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THOUGHT: Where are the Windows Phone 7 Notifications and Live Tiles? Anywhere in the Cloud!
Posted by Arne Hess - on Thursday, 21.10.10 - 20:54:14 CET under 09 - Thoughts - Viewed 24731x
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When Microsoft announced Windows Phone 7, the company was very proud to be different with its new smartphone operating system. And one highlights Microsoft highlighted during its presentation in Barcelona as well as later during other events was the idea that Windows Phone 7 will be way more alive and interactive than other mobile operating systems. The idea was pretty easy explained - instead of just having static shortcuts to applications, these shortcuts - called Live Tiles - should inform the user that status updates are available, for whatever the application behind the shortcut stands for. From message updates to weather updates to news updates to available application updates.

On the Start screen above, there are 2 missed calls, 3 received text or MMS messages and 25 new Outlook E-Mails shown.

So far so good, and the Live Tiles shouldn't just be used by Microsoft for its own Windows Phone 7 applications but they should also be used by 3rd party developers, for instance for showing live weather updates or news flash or whatever - the sky is the limit - virtually!

And Microsoft went even further in one of its early Windows Phone 7 promotion videos where the company explained that - while it love apps - Windows Phone 7 will be totally different to todays mobile operating systems, where apps are not linked to each other which forces the user to go in and out of apps to get the latest status updates:

And today, after more than 2 years of development, Microsoft has finally launched Windows Phone 7 in Europe and Asia Pacific and while the overall experience is pretty promising, maybe even better than most expected, there's yet not a single 3rd party application which features any kind of notification nor to ask for Live Tiles. As a matter of fact, it's even worse than on any other modern mobile operating systems - from Android to webOS and it means that the user is totally uninformed whatever is happening in the background - forcing him to go in and out of the apps of interest. While this shouldn't be a problem with an operating system which supports multi tasking for 3rd party apps - Windows Phone 7 isn't offering this feature for 3rd party apps but apps are kind of reawaken from a previous state. This means it takes longer for the user to get an status overview.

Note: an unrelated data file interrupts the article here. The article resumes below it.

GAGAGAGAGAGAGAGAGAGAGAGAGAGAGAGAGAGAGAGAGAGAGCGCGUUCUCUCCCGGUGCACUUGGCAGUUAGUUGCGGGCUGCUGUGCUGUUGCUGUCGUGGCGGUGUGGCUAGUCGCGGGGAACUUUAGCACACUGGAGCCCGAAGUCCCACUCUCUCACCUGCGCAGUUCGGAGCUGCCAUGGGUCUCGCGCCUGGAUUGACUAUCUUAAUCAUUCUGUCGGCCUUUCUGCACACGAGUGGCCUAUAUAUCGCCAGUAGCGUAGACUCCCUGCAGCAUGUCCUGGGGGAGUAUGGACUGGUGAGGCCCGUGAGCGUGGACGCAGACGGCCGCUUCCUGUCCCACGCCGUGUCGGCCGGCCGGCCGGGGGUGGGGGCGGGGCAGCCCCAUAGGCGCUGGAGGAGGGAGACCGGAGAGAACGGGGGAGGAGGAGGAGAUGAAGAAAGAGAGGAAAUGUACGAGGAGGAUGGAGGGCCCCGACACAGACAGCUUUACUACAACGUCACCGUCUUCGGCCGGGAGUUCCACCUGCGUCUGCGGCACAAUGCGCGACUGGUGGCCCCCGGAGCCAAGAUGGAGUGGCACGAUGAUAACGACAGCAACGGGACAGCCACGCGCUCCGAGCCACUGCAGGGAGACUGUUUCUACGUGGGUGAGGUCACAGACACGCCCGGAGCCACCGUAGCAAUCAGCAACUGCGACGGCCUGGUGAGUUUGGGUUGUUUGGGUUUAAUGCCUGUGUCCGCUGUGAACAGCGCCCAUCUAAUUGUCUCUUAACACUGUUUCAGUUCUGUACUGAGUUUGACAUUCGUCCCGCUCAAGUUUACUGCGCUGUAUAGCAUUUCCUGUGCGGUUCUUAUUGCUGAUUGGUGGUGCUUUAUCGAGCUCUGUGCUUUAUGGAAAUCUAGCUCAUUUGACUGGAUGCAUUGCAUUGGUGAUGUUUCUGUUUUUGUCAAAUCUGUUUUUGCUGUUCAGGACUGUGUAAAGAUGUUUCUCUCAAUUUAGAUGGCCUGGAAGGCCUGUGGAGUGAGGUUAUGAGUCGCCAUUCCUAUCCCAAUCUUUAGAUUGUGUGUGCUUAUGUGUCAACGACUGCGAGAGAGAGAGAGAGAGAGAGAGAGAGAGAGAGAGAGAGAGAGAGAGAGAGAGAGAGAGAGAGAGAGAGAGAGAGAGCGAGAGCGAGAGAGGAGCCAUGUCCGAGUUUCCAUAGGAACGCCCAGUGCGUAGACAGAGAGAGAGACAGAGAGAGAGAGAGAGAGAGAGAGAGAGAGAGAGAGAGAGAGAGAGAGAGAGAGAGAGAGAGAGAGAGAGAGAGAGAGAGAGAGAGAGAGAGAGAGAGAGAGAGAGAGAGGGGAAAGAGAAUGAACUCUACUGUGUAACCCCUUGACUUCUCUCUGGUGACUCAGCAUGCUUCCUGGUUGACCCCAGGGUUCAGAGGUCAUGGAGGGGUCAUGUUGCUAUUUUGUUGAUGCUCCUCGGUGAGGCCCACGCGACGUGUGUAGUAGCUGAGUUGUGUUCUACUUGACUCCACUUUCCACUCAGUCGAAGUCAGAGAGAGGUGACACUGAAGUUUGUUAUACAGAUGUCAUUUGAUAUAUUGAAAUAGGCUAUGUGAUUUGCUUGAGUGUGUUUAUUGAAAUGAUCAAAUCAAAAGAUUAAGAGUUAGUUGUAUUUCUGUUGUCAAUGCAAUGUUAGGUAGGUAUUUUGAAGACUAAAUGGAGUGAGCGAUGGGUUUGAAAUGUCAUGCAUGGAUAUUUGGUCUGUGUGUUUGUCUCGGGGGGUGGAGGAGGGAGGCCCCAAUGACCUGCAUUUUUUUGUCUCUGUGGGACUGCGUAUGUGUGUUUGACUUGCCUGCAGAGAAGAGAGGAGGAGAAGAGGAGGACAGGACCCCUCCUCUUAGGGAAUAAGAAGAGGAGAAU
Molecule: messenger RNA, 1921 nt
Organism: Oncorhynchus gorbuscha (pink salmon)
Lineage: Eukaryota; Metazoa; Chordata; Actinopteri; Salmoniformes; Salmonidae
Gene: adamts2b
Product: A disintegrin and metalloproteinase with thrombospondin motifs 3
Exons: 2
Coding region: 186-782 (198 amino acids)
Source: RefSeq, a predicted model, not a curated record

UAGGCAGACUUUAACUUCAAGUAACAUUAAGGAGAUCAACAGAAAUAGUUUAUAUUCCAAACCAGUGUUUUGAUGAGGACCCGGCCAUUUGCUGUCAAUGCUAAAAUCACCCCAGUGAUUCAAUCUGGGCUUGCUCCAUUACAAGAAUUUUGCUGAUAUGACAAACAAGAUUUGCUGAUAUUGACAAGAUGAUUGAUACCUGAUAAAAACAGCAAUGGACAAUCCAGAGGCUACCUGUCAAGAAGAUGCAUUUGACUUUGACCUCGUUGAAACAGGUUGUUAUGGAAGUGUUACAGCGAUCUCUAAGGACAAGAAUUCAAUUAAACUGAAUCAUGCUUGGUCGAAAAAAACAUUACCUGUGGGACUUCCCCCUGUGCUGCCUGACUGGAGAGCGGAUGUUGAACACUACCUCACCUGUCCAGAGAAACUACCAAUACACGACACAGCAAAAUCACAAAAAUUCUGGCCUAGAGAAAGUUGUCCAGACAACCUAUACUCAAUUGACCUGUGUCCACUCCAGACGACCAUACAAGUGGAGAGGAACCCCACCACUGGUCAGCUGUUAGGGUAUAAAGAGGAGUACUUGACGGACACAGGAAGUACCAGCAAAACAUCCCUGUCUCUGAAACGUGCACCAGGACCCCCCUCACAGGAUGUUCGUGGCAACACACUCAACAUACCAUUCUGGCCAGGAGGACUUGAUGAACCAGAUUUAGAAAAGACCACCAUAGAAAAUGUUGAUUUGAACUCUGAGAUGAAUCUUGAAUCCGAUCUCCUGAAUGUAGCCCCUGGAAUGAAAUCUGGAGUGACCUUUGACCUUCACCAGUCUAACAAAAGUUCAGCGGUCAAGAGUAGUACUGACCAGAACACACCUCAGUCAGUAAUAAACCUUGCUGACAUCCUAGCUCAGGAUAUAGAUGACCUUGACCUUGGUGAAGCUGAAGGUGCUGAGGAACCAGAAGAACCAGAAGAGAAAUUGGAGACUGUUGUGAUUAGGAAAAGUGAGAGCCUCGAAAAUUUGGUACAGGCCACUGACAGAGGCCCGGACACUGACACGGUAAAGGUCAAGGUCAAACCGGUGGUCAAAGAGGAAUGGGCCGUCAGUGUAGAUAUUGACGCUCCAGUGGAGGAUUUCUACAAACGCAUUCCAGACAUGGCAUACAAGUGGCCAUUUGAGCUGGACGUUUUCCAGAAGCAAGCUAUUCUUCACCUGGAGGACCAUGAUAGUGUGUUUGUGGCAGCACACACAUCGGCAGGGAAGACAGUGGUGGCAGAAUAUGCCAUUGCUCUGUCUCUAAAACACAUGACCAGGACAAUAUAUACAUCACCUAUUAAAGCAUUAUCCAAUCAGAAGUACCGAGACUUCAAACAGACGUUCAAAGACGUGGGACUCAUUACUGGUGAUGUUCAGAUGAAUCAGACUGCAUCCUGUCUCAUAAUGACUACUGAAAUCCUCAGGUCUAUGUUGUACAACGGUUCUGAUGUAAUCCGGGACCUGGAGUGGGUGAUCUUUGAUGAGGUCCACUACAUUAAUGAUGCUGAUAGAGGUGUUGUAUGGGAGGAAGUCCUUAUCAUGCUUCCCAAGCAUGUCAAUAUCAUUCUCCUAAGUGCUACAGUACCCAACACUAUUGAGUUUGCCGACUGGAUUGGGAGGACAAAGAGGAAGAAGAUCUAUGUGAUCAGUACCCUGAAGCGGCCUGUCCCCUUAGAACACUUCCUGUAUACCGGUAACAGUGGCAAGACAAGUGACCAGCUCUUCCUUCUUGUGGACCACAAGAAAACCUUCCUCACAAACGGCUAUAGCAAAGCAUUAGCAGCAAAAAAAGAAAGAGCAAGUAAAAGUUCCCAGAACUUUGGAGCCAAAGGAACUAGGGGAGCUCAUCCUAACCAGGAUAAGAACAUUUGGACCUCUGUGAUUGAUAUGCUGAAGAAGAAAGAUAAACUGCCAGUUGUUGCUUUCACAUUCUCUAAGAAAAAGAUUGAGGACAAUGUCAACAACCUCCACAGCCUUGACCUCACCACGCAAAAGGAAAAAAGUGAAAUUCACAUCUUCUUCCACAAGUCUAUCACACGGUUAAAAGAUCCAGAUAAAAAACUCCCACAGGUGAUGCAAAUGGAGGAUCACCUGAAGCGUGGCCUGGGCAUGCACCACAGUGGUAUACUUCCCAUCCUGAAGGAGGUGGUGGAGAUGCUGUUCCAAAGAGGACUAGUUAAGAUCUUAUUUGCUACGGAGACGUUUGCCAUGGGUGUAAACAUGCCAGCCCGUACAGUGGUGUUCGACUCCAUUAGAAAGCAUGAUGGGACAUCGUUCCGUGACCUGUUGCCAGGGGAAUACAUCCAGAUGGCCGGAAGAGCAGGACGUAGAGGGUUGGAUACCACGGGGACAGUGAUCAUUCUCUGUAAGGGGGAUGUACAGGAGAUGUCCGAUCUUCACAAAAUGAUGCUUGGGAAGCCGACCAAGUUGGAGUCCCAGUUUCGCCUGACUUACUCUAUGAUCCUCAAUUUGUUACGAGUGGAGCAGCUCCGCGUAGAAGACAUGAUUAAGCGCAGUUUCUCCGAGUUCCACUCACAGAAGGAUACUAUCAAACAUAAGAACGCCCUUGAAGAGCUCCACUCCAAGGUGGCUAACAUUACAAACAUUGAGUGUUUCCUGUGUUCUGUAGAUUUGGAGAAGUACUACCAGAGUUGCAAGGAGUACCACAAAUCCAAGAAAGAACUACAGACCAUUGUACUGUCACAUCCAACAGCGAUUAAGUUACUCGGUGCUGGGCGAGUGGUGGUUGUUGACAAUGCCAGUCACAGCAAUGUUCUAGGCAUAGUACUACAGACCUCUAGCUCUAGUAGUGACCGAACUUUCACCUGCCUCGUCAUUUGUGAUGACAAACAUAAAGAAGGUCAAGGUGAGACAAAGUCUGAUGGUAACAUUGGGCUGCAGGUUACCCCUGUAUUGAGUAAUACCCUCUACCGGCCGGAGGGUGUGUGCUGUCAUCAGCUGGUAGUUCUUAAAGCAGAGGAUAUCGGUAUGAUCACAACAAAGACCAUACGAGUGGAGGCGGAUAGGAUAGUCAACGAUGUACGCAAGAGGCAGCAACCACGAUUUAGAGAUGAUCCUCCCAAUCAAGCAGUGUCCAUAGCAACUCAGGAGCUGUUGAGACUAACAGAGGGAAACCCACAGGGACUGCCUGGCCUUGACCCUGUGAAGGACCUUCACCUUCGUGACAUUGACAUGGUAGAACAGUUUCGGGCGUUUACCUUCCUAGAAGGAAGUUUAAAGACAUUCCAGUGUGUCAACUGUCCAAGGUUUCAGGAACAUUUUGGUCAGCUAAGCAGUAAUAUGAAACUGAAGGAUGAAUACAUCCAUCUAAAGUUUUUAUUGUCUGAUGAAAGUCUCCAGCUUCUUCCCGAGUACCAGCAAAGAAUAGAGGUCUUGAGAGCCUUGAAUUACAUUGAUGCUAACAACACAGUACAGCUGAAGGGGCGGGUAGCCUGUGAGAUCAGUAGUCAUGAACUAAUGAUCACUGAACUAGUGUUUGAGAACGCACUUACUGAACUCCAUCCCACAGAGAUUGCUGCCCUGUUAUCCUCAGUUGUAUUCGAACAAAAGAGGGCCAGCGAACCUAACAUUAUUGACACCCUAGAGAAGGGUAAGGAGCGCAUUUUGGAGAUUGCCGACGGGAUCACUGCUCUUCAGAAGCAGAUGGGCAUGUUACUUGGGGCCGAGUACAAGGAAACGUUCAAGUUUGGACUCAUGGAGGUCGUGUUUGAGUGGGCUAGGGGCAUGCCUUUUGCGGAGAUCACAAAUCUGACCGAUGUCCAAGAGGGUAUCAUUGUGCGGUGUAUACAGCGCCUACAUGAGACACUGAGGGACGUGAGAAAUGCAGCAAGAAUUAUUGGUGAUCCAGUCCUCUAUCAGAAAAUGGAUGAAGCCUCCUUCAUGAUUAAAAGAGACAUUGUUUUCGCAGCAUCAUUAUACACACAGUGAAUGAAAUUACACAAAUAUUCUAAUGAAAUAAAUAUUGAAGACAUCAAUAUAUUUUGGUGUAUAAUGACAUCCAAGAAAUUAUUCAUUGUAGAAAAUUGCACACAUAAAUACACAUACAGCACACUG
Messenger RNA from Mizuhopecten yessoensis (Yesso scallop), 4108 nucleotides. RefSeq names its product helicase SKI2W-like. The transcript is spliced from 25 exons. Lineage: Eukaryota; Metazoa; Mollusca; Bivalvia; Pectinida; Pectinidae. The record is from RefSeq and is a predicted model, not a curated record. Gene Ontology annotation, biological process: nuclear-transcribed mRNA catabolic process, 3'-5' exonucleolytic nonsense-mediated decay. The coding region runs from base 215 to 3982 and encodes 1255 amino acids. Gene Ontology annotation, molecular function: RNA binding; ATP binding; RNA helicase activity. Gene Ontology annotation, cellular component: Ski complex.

But why no Live Tile or notifications in 3rd party apps? It's not because developers were unable to add this feature to their apps - most of them have proven on different platforms that they are able to add notifications to their apps; it's because Microsoft has changed the notification model for Windows Phone 7 and is using what Microsoft calls "Push Notifications" (explained in a Microsoft blog post here). Basically it means that notifications aren't generated anymore by the application on the device but on a server:

The Microsoft PN (MPN) service includes a cool twist that gives developers the power to create the impression that their application is always connected by displaying relevant information even while not running through the Live Tile displayed on the Start Screen. (...)
A positive end-user experience is the number one WP design goal. This tenet has major implications for how WP works, not just in terms of its new UI and the interaction model it drives, but also with the application platform (the API for developers). Push notification is one obvious mechanism to ensure a coherent and deterministic end user behavior that allows you to communicate with the end user even when your phone application is not running on the phone. (...)

The point is that Microsoft has introduced a mechanism where notifications are pushed - by a server - to the device and the device knows how to handle two different kind of notifications: